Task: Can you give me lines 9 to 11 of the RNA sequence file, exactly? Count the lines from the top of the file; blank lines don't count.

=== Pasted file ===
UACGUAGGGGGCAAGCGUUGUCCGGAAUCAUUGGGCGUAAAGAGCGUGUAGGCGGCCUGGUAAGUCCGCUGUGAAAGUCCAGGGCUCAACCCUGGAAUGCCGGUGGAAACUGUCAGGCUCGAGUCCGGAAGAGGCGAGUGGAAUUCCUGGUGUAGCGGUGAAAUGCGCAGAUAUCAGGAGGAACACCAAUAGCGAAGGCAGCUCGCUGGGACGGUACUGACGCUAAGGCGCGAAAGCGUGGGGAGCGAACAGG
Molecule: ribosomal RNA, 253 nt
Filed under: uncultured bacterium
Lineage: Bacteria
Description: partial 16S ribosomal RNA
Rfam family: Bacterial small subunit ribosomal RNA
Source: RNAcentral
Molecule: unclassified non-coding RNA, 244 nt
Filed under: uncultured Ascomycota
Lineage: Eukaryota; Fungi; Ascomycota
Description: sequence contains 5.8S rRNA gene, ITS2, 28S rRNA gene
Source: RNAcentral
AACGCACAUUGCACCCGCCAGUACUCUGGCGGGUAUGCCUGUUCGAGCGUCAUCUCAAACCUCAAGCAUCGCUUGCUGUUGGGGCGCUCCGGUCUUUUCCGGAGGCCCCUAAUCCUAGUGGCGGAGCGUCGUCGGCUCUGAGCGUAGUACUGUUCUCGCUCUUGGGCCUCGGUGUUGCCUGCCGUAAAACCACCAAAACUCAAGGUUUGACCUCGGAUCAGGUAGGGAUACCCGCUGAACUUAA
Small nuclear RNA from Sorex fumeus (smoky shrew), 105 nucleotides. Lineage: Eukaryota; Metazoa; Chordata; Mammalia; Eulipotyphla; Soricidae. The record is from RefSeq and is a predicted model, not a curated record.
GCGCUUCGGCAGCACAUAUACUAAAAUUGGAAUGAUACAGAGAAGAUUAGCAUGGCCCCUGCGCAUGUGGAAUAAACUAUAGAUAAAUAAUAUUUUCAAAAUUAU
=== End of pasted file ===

Filed under: uncultured Ascomycota
Lineage: Eukaryota; Fungi; Ascomycota
Description: sequence contains 5.8S rRNA gene, ITS2, 28S rRNA gene